Scott McKenzie, whose hit song "San Francisco (Be Sure to Wear Flowers in Your Hair)" became a beloved anthem for hippies during the summer of 1967, died Saturday in Los Angeles, according to a statement on his website.
He was 73.
McKenzie had been suffering from Guillain-Barre Syndrome, a disease that impacts the nervous system, which had left him hospitalized numerous times over the last two years.
"Scott had been very ill recently and passed away in his home after two weeks in hospital," the statement read, noting that he had suffered a heart attack earlier this month. "Farewell our much loved and wonderful friend."
"San Francisco (Be Sure to Wear Flowers in Your Hair)" had become a musical touchstone for 1967's famed "Summer of Love." The song, which McKenzie sang, had been written by his childhood friend, The Mamas and the Papas' John Phillips.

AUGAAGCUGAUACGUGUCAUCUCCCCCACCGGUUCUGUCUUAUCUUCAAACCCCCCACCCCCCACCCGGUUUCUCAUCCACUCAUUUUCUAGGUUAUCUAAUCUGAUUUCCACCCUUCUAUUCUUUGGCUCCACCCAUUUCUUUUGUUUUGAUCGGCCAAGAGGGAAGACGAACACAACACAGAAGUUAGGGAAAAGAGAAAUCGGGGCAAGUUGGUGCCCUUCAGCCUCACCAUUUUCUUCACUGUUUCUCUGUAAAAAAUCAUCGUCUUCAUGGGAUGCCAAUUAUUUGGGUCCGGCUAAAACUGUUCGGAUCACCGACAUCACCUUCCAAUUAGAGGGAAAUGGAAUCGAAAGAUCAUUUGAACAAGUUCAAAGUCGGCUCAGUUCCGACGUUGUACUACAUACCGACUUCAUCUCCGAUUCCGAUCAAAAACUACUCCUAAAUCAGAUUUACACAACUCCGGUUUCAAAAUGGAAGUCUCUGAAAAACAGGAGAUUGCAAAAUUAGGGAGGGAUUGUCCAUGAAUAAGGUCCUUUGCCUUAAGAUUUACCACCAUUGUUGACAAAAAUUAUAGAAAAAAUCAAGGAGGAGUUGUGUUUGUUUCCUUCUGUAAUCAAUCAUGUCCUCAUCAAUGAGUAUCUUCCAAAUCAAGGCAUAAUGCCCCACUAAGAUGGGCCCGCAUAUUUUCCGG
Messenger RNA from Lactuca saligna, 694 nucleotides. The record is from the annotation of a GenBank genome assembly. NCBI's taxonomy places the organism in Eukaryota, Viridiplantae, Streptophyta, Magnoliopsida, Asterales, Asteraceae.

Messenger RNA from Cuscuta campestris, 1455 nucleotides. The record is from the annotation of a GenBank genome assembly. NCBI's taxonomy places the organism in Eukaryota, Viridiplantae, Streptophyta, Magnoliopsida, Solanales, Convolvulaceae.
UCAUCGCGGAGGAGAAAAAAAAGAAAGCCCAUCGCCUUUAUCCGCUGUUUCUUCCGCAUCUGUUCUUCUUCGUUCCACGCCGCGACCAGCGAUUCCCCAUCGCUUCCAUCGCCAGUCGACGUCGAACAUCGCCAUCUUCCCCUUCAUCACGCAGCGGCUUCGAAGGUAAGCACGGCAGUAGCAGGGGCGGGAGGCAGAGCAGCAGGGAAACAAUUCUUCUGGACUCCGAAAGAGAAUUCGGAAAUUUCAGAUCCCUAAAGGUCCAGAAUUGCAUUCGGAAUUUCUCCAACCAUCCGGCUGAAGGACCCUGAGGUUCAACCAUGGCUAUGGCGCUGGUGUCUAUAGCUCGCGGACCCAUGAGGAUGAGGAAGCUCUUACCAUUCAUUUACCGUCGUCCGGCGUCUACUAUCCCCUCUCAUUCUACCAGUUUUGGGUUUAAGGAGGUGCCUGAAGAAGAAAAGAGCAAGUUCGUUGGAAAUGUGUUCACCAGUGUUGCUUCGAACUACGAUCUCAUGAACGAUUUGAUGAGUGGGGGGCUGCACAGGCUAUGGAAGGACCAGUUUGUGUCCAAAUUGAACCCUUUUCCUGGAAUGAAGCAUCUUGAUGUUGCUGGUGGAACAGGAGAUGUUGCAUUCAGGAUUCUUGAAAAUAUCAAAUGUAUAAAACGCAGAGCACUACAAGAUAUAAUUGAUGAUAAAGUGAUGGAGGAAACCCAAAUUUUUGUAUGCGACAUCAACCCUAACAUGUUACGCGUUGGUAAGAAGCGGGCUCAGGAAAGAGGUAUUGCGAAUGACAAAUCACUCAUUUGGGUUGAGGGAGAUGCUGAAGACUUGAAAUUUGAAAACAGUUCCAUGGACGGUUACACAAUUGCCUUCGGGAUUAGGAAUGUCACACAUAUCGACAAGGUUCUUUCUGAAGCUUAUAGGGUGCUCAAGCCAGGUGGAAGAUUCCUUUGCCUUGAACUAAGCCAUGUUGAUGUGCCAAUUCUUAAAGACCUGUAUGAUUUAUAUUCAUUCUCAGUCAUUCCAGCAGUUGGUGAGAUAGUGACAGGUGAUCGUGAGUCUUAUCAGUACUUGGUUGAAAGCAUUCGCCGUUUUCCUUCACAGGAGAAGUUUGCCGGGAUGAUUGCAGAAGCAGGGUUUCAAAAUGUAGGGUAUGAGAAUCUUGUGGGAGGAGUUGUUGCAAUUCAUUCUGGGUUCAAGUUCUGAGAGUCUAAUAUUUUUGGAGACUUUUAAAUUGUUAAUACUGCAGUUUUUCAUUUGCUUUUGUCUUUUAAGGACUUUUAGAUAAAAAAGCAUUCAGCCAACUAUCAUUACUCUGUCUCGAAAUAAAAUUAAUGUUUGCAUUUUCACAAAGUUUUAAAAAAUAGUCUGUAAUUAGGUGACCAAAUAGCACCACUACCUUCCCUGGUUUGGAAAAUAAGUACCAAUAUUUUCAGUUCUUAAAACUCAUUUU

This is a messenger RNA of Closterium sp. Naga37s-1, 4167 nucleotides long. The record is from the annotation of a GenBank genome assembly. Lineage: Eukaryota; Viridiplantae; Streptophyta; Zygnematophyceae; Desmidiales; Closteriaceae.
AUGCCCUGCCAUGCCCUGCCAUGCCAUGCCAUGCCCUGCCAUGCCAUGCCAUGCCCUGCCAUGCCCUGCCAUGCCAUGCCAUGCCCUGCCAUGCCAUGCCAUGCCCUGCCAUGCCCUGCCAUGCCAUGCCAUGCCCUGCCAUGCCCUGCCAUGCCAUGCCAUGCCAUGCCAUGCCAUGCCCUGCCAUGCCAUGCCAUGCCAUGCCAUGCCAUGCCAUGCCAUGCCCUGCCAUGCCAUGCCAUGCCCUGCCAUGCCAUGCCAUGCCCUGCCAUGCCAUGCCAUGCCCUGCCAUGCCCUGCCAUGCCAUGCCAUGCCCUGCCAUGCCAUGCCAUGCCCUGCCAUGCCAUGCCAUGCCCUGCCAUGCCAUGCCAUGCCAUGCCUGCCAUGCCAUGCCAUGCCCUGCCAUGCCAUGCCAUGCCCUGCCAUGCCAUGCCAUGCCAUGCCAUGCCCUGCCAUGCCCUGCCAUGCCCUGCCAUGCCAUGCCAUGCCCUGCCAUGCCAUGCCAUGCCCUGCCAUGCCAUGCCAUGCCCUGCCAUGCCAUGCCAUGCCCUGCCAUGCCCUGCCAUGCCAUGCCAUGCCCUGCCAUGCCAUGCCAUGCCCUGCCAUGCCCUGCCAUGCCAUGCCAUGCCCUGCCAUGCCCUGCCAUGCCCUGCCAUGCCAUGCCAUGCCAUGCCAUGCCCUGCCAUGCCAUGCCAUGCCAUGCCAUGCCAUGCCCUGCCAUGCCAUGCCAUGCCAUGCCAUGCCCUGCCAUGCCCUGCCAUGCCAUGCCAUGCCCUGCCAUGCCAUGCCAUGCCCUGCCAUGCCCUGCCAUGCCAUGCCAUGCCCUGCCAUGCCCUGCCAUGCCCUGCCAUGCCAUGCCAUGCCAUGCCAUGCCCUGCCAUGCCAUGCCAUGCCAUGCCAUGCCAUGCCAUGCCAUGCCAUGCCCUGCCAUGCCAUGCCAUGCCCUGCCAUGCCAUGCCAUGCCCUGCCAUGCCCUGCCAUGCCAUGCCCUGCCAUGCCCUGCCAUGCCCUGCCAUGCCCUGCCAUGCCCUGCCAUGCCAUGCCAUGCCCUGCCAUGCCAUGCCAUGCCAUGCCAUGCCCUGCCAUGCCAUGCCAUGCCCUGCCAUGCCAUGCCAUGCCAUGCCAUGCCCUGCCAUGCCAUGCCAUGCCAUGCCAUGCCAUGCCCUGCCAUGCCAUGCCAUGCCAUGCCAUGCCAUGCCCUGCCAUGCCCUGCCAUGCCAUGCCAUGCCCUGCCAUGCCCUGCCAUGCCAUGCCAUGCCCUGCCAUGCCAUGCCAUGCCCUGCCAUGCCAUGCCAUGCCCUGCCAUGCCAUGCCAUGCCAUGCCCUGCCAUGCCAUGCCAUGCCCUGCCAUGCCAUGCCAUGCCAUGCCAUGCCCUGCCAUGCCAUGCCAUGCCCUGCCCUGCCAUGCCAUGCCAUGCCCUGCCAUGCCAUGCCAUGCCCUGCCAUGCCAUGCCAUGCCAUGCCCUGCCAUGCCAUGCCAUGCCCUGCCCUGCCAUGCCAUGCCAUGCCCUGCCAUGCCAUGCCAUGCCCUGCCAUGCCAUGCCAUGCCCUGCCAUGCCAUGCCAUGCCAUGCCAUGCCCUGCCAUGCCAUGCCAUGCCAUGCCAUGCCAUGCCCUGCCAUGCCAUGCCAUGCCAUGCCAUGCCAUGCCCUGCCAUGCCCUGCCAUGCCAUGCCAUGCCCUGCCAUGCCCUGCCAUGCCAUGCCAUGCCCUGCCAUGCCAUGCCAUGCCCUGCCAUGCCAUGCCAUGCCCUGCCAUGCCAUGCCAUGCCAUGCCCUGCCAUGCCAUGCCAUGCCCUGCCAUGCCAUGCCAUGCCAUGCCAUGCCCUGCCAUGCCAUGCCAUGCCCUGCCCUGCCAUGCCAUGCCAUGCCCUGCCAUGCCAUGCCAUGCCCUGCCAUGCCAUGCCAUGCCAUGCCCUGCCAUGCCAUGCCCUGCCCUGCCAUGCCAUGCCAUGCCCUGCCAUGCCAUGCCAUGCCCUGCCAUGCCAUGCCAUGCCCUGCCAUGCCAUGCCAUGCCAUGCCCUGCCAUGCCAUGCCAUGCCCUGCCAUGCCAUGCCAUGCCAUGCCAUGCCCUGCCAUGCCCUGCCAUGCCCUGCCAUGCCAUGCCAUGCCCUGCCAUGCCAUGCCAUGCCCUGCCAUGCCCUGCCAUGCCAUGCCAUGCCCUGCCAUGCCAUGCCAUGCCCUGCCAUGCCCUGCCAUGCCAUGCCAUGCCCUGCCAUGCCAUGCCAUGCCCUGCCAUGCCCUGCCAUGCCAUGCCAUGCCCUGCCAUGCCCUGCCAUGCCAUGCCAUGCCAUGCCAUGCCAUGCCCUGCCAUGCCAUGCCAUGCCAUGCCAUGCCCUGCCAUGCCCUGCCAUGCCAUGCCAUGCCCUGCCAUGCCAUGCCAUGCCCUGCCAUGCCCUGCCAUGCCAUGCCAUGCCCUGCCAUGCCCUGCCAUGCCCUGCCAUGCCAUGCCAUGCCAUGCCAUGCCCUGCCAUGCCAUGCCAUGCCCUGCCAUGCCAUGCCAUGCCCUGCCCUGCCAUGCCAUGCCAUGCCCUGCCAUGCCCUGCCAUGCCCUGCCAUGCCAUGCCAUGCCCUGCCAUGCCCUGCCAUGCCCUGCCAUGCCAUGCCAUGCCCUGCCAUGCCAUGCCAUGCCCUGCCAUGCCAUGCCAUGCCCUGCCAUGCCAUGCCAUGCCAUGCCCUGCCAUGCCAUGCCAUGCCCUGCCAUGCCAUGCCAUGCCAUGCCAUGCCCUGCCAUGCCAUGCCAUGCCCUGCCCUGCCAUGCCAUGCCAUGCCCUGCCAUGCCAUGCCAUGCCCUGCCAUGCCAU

The two met as teenagers in Virginia, where they formed a doo-wop band called The Abstracts and eventually moved to New York City.
Phillips went on to form The Mamas and the Papas, and McKenzie reportedly turned down an invitation to join the band, opting instead to strike out solo.
He released two solo albums before moving to Virginia Beach, where he later kept a low profile.
As a songwriter, McKenzie found fame for writing the catchy 1988 tune "Kokomo," which became a No. 1 hit for The Beach Boys and marked their late-'80s surge.
He also toured with The Mamas and the Papas in the 1990s.